An in-depth look at the influence of fans—society’s alpha consumers—on our lives and culture. As fandom sheds its longtime stigmas of geekiness and hysteria, fans are demanding more from the celebrities and brands they love. Digital tools have given organizations—from traditional businesses to tech startups—direct, real-time access to their most devoted consumers, and it’s easy to forget that this access flows both ways. This is the new “fandom-based economy”: a convergence of brand owner and brand consumer. Fan pressures hold more clout than ever before as audiences demand a say in shaping the future of the things they love. In Superfandom, Zoe Fraade-Blanar and Aaron M. Glazer explain this new era of symbiosis. For producers, it can mean a golden opportunity: brands such as Polaroid and Surge, preserved by the passion of a handful of nostalgic fans, can now count on an articulate, creative, and, above all, loyal audience. Yet, the new economy has its own risks—it’s also easier than ever for companies to lose their audience’s trust, as Valve did when it tried to introduce a paid mod system for its Skyrim video game. Examining key cases that span a wide range of consumer markets, Fraade-Blanar and Glazer explain why some kinds of engagement with fans succeed and some backfire. Throughout, the authors probe fandom’s history, sociology, and psychology. From the nineteenth-century American Alice Drake, who bribed her way into the houses of her favorite European composers, to Hatsune Miku, the Japanese virtual celebrity whose songs are composed entirely by fans, the dynamics of fandom—the activities we perform to show we belong to a group of people with common interests—may be as old as culture itself. For groupies of financier Warren Buffet and enthusiasts of Cards Against Humanity alike, the consumer relationship has been transformed. Superfandom is an essential guide for those who care about, contribute to, and live in our rapidly expanding fan-driven economy.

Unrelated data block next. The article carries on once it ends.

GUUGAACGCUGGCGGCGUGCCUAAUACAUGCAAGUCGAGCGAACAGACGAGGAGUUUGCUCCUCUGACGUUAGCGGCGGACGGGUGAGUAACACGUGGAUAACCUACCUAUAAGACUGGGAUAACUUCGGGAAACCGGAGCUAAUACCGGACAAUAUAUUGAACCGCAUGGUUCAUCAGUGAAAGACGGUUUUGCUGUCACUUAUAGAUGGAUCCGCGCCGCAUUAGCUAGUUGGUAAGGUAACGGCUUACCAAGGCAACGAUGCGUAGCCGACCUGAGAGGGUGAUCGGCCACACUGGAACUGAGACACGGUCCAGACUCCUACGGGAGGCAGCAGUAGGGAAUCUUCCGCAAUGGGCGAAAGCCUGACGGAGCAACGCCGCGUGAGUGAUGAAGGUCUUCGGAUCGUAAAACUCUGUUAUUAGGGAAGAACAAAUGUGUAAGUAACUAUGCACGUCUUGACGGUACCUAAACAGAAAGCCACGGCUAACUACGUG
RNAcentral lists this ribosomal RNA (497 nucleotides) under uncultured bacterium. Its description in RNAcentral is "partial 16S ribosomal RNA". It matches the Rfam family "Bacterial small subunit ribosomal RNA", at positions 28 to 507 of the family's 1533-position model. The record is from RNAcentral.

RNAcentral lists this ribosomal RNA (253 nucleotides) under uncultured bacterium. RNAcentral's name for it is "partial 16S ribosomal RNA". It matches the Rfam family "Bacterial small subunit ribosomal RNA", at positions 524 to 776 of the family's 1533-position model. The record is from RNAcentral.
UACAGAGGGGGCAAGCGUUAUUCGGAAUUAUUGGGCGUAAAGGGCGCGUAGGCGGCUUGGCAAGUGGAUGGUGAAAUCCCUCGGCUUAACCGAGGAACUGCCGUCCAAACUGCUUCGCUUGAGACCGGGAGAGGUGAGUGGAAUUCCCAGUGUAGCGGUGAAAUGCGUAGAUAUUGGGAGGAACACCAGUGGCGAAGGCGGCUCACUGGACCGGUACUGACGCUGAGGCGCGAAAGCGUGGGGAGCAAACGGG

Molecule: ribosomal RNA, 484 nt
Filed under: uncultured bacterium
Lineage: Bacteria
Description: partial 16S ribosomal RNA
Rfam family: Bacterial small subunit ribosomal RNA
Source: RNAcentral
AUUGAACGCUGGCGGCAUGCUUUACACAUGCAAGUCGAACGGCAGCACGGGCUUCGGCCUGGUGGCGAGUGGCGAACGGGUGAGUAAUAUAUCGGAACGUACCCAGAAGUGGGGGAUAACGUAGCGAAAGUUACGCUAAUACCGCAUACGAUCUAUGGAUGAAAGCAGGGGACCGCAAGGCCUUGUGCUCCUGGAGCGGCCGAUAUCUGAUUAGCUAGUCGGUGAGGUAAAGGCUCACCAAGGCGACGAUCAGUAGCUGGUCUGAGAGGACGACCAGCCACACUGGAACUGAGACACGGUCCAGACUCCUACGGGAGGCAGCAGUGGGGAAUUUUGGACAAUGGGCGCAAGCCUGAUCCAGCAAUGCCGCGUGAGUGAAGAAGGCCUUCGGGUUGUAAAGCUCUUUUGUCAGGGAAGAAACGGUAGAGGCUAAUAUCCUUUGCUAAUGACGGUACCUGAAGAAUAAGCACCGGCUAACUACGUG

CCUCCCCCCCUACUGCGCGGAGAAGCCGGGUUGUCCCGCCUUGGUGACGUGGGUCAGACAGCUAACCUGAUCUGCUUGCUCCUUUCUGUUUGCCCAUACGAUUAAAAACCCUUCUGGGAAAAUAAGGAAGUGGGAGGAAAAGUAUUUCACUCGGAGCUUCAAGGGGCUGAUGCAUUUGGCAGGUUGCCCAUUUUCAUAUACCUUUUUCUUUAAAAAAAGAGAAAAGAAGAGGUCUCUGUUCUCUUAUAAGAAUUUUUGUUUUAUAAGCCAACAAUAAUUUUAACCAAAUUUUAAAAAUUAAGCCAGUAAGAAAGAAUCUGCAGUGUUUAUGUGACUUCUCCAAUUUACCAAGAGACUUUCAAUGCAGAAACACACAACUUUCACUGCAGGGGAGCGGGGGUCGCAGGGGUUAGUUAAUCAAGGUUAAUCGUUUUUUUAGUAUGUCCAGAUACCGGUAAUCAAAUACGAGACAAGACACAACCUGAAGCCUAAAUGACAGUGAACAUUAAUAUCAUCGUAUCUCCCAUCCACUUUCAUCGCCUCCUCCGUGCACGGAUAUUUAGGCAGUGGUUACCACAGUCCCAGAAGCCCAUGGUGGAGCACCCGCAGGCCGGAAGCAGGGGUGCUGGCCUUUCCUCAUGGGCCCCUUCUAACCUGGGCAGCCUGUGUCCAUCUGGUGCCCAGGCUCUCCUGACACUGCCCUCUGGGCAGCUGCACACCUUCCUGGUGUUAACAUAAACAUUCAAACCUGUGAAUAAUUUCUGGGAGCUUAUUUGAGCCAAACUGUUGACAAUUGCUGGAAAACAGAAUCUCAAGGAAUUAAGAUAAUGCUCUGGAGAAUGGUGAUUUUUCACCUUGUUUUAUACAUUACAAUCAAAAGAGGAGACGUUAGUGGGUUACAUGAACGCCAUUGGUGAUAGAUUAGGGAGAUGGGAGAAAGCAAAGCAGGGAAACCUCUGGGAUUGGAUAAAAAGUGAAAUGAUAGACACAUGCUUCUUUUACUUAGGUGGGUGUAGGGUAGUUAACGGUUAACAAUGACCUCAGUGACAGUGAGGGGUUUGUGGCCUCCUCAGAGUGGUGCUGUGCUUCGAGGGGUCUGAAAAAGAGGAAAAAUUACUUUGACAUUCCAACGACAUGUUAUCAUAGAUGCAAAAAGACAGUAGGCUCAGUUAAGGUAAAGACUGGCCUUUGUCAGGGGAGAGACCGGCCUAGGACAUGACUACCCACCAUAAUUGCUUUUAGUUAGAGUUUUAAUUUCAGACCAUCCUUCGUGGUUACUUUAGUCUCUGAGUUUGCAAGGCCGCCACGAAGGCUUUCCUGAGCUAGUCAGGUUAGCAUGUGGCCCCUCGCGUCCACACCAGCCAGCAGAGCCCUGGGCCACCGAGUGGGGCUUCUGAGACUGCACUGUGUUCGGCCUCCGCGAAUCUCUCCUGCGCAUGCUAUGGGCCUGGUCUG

Business & Economics

Spellbound

Seven Principles of Illusion to Captivate Audiences and Unlock the Secrets of Success

Author: David Kwong

Publisher: HarperCollins

ISBN: 0062448471

Category: Business & Economics

Page: 272

View: 7032